Many people are under the misconception that you can't qualify for a car loan after you file for bankruptcy because you don't have good credit. In many cases, the opposite is true. Some people file for Chapter 7 or Chapter 13 bankruptcy and are able to buy a car within the same month because their credit actually improved after their debts had been cleared or renegotiated.
How is this possible? Filing for bankruptcy signals two things to creditors. First, it tells them that you've taken significant action to stop racking up debt that you cannot pay. Second, it tells creditors that your debts have been cleared (Chapter 7) or they're being paid down via an affordable payment plan (Chapter 13). Either way, you more than likely have access to more disposable income than you did prior to filing for bankruptcy, which can make you an attractive candidate for a car loan.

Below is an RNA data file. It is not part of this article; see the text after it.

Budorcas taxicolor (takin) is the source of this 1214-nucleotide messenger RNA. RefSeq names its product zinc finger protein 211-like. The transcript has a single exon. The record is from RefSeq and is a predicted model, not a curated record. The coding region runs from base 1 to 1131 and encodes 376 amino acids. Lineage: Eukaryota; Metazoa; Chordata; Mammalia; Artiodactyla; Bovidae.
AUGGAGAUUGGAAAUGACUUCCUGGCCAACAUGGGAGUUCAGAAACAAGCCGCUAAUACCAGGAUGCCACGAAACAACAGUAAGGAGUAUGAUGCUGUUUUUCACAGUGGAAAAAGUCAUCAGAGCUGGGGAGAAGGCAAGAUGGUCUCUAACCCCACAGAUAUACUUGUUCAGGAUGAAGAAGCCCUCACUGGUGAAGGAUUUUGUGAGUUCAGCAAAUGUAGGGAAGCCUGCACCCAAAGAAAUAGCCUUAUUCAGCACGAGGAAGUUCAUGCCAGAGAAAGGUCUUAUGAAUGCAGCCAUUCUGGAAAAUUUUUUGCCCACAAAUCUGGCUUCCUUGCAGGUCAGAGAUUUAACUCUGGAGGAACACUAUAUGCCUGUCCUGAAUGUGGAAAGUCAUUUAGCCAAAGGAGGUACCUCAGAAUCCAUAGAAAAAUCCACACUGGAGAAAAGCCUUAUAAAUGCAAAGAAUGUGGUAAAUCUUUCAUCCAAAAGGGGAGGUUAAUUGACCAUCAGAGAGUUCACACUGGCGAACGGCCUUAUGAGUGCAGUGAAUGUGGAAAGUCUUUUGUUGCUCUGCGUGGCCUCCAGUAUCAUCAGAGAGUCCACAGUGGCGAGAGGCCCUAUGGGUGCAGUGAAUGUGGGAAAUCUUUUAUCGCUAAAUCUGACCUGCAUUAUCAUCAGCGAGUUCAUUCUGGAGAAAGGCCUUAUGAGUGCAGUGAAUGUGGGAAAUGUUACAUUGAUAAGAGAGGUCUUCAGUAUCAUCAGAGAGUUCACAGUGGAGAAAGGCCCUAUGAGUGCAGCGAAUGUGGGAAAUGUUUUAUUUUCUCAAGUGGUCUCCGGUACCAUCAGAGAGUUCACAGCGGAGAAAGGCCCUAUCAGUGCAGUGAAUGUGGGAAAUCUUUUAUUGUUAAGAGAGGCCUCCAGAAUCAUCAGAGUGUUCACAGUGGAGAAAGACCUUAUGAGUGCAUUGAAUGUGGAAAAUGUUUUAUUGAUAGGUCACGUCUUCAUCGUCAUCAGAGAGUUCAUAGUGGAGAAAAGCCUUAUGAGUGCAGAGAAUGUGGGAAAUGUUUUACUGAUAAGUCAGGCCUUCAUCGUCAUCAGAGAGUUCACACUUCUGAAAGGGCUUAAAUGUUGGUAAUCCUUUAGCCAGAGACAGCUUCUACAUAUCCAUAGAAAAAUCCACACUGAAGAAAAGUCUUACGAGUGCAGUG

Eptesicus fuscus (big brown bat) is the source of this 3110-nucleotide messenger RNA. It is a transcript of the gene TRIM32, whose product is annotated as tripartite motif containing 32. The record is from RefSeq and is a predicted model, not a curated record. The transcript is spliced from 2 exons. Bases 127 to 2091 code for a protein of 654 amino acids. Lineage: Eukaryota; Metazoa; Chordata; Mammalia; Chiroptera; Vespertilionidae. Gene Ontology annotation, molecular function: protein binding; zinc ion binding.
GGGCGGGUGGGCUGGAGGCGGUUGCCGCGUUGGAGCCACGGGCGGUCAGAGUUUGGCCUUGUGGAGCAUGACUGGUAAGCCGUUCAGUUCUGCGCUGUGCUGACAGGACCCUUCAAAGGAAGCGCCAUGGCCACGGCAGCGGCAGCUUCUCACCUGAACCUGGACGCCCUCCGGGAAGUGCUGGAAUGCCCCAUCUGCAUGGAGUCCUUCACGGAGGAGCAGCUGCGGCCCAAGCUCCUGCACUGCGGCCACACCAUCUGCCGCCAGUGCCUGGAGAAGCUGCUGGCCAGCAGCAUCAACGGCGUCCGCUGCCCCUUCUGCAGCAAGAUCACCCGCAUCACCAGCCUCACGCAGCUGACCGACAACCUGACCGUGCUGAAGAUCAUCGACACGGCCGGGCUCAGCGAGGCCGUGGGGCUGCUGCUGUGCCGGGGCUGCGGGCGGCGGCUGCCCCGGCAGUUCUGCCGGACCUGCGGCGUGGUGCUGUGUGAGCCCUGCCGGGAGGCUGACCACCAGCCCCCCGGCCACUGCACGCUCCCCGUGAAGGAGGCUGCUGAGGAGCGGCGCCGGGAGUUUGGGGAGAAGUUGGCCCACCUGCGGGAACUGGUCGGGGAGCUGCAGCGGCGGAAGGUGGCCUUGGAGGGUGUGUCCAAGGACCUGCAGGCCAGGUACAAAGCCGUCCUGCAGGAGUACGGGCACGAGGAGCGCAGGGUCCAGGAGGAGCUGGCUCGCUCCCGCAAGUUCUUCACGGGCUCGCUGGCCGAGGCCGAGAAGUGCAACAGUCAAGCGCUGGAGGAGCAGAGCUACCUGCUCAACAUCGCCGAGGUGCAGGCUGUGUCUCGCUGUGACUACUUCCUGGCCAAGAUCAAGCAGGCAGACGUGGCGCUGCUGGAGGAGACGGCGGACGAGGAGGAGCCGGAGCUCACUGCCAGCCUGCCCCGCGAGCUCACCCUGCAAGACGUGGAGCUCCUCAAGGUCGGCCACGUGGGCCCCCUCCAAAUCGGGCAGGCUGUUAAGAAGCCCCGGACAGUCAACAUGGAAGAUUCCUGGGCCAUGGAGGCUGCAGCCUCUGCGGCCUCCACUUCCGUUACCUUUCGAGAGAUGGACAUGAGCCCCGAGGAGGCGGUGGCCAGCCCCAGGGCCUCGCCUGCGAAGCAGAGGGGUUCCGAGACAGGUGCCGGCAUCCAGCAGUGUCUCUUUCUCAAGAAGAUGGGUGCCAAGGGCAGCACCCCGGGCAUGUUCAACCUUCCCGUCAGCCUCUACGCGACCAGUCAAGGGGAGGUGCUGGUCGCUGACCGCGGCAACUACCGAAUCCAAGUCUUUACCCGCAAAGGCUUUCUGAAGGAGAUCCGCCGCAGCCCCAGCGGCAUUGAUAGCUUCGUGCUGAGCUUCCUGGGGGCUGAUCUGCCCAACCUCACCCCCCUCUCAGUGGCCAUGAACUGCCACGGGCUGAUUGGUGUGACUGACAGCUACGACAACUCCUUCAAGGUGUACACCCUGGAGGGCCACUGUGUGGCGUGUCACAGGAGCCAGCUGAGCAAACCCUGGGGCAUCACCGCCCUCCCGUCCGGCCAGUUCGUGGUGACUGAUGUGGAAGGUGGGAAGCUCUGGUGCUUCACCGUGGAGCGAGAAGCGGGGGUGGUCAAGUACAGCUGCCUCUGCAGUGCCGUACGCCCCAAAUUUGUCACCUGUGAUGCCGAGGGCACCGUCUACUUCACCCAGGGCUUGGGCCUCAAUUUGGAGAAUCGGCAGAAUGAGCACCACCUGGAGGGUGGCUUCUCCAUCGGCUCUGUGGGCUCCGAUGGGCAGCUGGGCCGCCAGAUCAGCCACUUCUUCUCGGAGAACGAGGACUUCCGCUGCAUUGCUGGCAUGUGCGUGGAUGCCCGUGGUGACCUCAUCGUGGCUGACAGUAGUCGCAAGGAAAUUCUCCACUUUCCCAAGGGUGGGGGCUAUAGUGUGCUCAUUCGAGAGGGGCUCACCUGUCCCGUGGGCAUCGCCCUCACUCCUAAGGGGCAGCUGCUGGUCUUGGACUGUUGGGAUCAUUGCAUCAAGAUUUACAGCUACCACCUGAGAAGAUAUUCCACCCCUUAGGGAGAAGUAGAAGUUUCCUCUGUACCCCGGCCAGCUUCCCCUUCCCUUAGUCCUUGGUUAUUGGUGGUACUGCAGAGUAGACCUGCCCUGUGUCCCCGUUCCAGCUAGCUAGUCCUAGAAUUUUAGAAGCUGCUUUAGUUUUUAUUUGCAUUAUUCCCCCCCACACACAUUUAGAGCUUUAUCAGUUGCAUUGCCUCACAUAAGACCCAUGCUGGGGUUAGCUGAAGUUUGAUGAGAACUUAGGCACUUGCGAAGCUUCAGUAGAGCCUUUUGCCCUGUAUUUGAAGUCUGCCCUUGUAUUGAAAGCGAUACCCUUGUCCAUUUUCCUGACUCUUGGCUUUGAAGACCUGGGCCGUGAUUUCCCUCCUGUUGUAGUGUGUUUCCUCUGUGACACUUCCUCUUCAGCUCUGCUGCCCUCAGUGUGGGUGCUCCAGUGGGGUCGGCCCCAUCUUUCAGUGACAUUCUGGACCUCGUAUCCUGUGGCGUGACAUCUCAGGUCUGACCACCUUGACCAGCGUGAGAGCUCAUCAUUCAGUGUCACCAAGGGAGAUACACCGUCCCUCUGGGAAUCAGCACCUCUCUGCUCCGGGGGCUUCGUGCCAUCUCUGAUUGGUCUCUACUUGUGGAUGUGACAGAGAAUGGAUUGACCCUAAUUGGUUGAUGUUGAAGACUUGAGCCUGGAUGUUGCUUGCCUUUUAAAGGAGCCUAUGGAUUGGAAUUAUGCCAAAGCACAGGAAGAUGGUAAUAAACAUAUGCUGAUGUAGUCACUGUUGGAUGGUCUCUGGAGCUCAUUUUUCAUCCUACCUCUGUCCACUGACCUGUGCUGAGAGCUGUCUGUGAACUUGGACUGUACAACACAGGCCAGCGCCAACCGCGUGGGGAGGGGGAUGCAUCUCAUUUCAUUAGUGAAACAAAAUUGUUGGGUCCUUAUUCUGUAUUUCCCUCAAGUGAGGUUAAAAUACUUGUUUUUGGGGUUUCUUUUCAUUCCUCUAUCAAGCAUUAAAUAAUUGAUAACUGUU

Sure, you can expect higher interest rates than people with higher credit scores and without bankruptcy on their records, but it's not impossible to get an auto loan soon after you file for bankruptcy. Typical APRs for post-bankruptcy auto loans are in the double digits, sometimes as high as 20% or more. However, after making regular payments for six to 24 months, this rate can drop dramatically and improve your credit rating along the way. You can also look into refinancing your loan if your original lender isn't decreasing your rate over time as much as you'd like.
If you can, make a big down payment on the car (20-30%) and choose a loan that doesn't have a prepayment penalty in case you decide to pay the car off early or refinance for a better rate down the line. If you need help reorganizing or eliminating your debt, contact a qualified bankruptcy lawyer.
TIPS ON BUILDING CREDIT AFTER BANKRUPTCY: